She was pale and had dull, grim eyes, but her hair was very dark. Her clothes were ragged, filthy, and torn. She didn’t talk and nobody talked to her. She looked so out of place. People bustled past her not acknowledging her existence and the teachers never read her name for the attendance. I began to think that I was going crazy.
School ended, and I waded through the leaves to my rusty, old car. The girl ran up from behind and jumped in front of me. I had to stop. She was silent. Even her soft footsteps didn’t crunch the leaves below her feet. I could tell that she was determined with her eyebrows pulled together and a solemn look. Walking away from her wouldn’t work, not that I had a choice.
The girl put her hand in her pocket and pulled out a picture of Catherine. In the picture, she had terrified eyes, crazy hair, and was tied to something in what looked to be a dark warehouse.
“Catherine!” I nearly screamed. She put a finger to her pastel lips and turned away from me. She got in the passenger seat of my car, but the weird part was… she went through the car door. Hesitantly, I opened my door and got in. With a sigh of defeat, I asked, “Where is she?”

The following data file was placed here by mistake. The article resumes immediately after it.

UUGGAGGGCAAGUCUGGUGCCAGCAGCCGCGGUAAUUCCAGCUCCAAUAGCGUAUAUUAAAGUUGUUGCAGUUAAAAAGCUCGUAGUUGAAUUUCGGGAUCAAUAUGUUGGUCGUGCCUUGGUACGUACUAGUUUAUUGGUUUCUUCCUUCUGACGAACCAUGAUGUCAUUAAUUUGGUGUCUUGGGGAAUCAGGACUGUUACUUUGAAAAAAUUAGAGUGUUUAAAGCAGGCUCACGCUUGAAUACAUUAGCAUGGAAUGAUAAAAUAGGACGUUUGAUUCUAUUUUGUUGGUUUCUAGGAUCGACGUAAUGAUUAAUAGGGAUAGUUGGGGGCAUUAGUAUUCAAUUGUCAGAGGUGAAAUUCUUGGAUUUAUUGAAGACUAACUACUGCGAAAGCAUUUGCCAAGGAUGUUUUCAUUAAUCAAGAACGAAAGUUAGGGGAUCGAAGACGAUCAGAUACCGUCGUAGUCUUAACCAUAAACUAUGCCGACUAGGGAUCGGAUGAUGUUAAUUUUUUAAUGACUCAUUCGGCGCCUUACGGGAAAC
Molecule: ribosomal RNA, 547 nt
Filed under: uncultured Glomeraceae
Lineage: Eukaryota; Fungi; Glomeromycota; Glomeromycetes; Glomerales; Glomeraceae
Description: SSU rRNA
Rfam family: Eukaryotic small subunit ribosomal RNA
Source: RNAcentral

She pointed at the school entrance. I followed the girl’s directions until the sun had set in the dreary sky.
The girl then looked as panicked as I had felt as she motioned to a large warehouse at the end of the gravel, country road. I flipped off my lights and pulled in slowly trying to be as silent as the ghost girl.
The huge, metal doors were slightly open to the eerie building. With a pocket knife in hand and my dead cell phone in the other, I stepped inside.
My heart beat so fast that I thought it was going to explode. It was like I could feel my pulse everywhere and hear it in my ears. The darkness engulfed me. There was soft clattering and a slight murmur that filled the icy air. A single, dim light shone in the middle of the maze-like structure. I weaved around shelves careful not to give myself away.
The light got brighter and the chattering grew clearer.
I crumbled to my knees frozen with fiery fear. Crawling, I peered around the corner. My best friend was tied up and on the floor in a puddle of blood. The light bulb swung loosely above her. The familiar voices came from two familiar men standing around her. I was too scared then to fully look at them though.
“So what’re we gonna do with her?” One asked the other as he paced back and forth.